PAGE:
The Fault In Our Stars – 2014
Director Josh Boone
Starring Shailene Woodley, Ansel Elgort, Nat Wolff, Laura Dern, Sam Trammell, Willem Dafoe
Screenplay Scott Neustadter, Michael H. Weber based on the book by John Green
There is one point early on in The Fault in Our Stars which rings partially true. Augustus Waters and Hazel Grace Lancaster (Elgort and Woodley) have met cute in a cancer group and have spent one date together. During this date, they agree to read one book that is especially important to the other. They send messages back and forth to each other about the books. Then she gets a call from him. This call is confusing for her, as she hears screaming in the background. Augustus gives her an all too brief clue as to what is happening, and tells her to come over right away. Hazel Grace arrives there shortly afterwards and they sit and converse as they pay passing attention to their friend (Wolff) and his anguish of losing a girlfriend. While his friend is overacting his grief, the scene rings true to young love, where two could find each others eyes in a cesspool of misery.
It’s not that The Fault in Our Stars trades on this misery…well not in a cynical way. The intention is an expression of stars crossing for two people who may well have stopped looking skyward. The late teen years are fraught with possibility as well as drama. We feel like we can fly, but we’ve been in a cage for so long, we have no idea what it would be like. The kick here is these teens have had their wings clipped even before they are opened for the first time. It’s a brilliant premise, even if it is awkward at times.
There are several aspects taken from the book that just ring as silly. The cigarette that will never be smoked, pretentious musings of a reclusive author, and exclaiming the wish to marry dragon fruit carrot risotto are among the leading candidates.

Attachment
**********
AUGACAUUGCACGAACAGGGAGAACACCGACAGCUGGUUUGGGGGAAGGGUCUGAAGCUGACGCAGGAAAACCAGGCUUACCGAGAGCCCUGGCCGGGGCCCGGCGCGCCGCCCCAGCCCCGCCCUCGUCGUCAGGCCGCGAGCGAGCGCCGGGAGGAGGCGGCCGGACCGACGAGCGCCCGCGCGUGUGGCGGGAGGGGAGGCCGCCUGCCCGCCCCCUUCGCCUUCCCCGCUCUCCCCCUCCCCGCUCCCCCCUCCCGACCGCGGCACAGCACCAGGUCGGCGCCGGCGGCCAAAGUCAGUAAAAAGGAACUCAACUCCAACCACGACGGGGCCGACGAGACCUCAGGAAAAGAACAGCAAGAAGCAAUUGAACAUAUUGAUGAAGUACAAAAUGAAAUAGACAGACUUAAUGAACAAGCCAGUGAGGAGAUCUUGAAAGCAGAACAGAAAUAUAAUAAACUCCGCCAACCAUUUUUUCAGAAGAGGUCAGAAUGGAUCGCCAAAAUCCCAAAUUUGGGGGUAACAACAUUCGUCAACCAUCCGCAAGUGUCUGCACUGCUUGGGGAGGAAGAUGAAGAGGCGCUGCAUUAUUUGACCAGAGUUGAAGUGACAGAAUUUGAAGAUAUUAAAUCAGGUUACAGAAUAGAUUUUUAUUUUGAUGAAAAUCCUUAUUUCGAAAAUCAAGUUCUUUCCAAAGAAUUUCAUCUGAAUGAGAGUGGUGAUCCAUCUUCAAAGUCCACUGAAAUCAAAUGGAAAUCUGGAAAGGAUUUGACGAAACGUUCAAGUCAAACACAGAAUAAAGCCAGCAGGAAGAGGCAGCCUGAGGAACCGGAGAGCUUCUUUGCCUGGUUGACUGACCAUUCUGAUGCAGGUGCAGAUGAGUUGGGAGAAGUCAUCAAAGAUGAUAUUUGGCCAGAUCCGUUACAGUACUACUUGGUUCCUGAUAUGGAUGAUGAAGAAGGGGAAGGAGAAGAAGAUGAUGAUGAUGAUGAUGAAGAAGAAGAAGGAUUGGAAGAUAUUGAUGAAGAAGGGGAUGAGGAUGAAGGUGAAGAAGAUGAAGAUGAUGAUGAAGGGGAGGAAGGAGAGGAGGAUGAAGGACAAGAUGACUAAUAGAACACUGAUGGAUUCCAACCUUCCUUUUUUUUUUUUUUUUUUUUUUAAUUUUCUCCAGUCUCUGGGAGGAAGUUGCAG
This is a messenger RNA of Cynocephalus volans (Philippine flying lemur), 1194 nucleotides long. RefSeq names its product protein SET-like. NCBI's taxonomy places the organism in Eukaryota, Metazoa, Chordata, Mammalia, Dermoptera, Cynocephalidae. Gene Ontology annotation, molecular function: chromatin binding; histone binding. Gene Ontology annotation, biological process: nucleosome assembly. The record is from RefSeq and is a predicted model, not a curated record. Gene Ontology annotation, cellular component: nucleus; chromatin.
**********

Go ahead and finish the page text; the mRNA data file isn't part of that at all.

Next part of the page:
There are as many things that are touchingly real. The way Augustus Waters continually refers to Woodley’s character as Hazel Grace is as old as time, but it is a wonderful expression. His declaration of love works as well on the screen as it does in print, especially after treading the careful path through Hazel Grace’s obsession with her own mortality. It’s easy to love the way Hazel Grace’s father is still the sensitive man he is in the book.
Where the story hits its stride is after they meet the pretentious author (Dafoe) and take a trip to the house where Anne Frank lived. From the moment she tells Agustus to “…get over yourself…” we discover that this is more a lesson for her than it is for him. Seeing her close her eyes and shake her head upon learning this and his reaction to her is the most touching moment in film this year.
Elgort and Woodley have an easy chemistry, especially with the occasionally clunky material early on. The last half of the film is powerful and starkly portrayed, with little time to breathe and much time to show compassion through grief. The reading of William Carlos Williams’ The Red Wheelbarrow (“So much depends…”) is a seminal moment brilliantly played. There is plenty of cheese scattered throughout the story, but there are more moments touchingly conceived and excellently acted. The result is a film that at its worst feels sophomoric, at best is existential, but is always honest and real.
There are many excellent lines in the story and instead of coming up with something not so clever to end this review with, I will let Green’s words do so properly:
Hazel Grace: I fell in love with him the way you fall asleep: Slowly, and then all at once.
Augustus Waters: I am in love with you. And I know that love is just a shout into the void, and that oblivion is inevitable, and that we’re all doomed. And that one day all our labor will be returned to dust. And I know that the sun will swallow the only earth we will ever have. And I am in love with you.
Hazel Grace: Funerals, I’ve decided, are not for the dead. They’re for the living.
Hazel Grace: But, Gus, my love, I cannot tell you how thankful I am for our little infinity. I wouldn’t trade it for the world. You gave me a forever within the numbered days, and I’m grateful.
(**** out of *****)